So now you are preparing for your on-site interview, you wonder what questions will be asked and how to answer those job interview questions. Besides the usual advice on dressing professionally, doing your research of the company, and putting on a positive attitude, the one insight I can offer to you that makes a difference is to answer every question convincingly and clearly as to leave no doubt in the mind of the interviewer. How would you know whether you have answered satisfyingly? One way to tell is by watching for body language cues in the interview.
During the on-site job interview, you will face behavioral and fact-finding questions. Much like passing job screening over phone, you need to proactively explain your past work experience and how you dealt with difficult situations before. You should google the most common interview questions and prepare answers for them, but you won’t be able to prepare for all the questions out there. So instead of giving mechanically memorized answers, you should listen to each question carefully and use the most relevant and convincing evidence to answer it.
To tell whether you have answered satisfyingly, you can tell that through the body language of the interviewer: is she nodding and agreeing or is she stiff and wondering? Anytime when you sense her facial expression or body language conveys a sense of confusion, thinking, or tightness, you should clarify your answer again. You can do a fantastic job on every other question, but if there is a just one question that leaves doubt in the interviewer’s mind, that might have just caused you the job offer.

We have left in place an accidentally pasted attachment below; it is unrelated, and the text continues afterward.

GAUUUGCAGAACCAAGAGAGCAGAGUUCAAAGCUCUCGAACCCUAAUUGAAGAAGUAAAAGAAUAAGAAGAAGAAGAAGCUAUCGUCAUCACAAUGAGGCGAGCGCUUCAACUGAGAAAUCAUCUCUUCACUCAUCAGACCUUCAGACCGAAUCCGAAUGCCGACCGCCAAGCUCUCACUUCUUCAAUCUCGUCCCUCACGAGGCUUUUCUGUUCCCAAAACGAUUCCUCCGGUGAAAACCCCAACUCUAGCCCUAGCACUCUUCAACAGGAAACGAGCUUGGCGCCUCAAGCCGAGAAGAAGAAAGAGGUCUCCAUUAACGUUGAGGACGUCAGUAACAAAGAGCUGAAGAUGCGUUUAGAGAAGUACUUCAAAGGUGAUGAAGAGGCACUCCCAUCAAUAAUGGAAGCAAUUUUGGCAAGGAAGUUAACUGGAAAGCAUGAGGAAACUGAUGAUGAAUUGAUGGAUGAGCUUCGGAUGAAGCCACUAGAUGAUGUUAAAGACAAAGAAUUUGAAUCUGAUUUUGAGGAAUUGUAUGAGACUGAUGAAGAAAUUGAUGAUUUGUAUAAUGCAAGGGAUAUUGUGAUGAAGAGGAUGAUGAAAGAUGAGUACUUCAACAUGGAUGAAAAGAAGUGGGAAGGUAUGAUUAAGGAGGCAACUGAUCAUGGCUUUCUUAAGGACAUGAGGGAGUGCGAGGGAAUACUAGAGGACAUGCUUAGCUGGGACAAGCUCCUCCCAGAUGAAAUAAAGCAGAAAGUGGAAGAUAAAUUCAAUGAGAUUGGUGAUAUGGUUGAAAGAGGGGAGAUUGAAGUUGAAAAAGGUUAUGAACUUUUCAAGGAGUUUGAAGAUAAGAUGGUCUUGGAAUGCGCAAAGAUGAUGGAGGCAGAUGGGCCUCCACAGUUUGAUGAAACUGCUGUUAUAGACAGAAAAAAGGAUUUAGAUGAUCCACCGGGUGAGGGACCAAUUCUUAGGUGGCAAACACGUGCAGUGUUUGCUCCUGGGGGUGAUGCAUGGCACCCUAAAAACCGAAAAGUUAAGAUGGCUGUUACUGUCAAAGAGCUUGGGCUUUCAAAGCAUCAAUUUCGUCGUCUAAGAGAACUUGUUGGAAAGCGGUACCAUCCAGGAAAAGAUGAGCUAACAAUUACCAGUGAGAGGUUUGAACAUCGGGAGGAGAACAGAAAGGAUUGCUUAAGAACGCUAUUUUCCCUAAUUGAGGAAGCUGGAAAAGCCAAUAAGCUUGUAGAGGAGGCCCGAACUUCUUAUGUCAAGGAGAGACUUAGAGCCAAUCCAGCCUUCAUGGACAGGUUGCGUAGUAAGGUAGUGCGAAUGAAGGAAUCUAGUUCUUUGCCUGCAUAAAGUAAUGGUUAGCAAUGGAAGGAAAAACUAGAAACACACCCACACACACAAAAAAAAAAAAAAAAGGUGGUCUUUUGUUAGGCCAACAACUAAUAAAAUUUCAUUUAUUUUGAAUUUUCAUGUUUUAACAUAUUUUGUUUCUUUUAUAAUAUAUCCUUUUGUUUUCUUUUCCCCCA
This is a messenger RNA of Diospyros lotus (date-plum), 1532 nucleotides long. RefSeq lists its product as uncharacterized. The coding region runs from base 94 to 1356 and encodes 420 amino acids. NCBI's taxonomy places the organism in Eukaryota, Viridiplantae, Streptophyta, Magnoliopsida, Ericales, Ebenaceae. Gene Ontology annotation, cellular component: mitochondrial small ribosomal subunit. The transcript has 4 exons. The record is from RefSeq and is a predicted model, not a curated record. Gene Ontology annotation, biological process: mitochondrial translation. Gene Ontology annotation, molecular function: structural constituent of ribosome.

During the last on-site job interview, you will meet a new round of interviewers, most likely the senior management. At this stage, there are typically 2-3 other job candidates competing for the final decision. They are all very qualified and excellent. This is the most brutal process in the entire job search process, because there can be only one winner. You will be asked the same questions. You should do your best to answer those questions, but this is more of a personality match than ensuring the candidate has the right skills. If the senior management likes quiet personality while you are not, you just won’t get the job. Whether you get the job or not, you should tell yourself you are an excellent job candidate and you will get a job soon.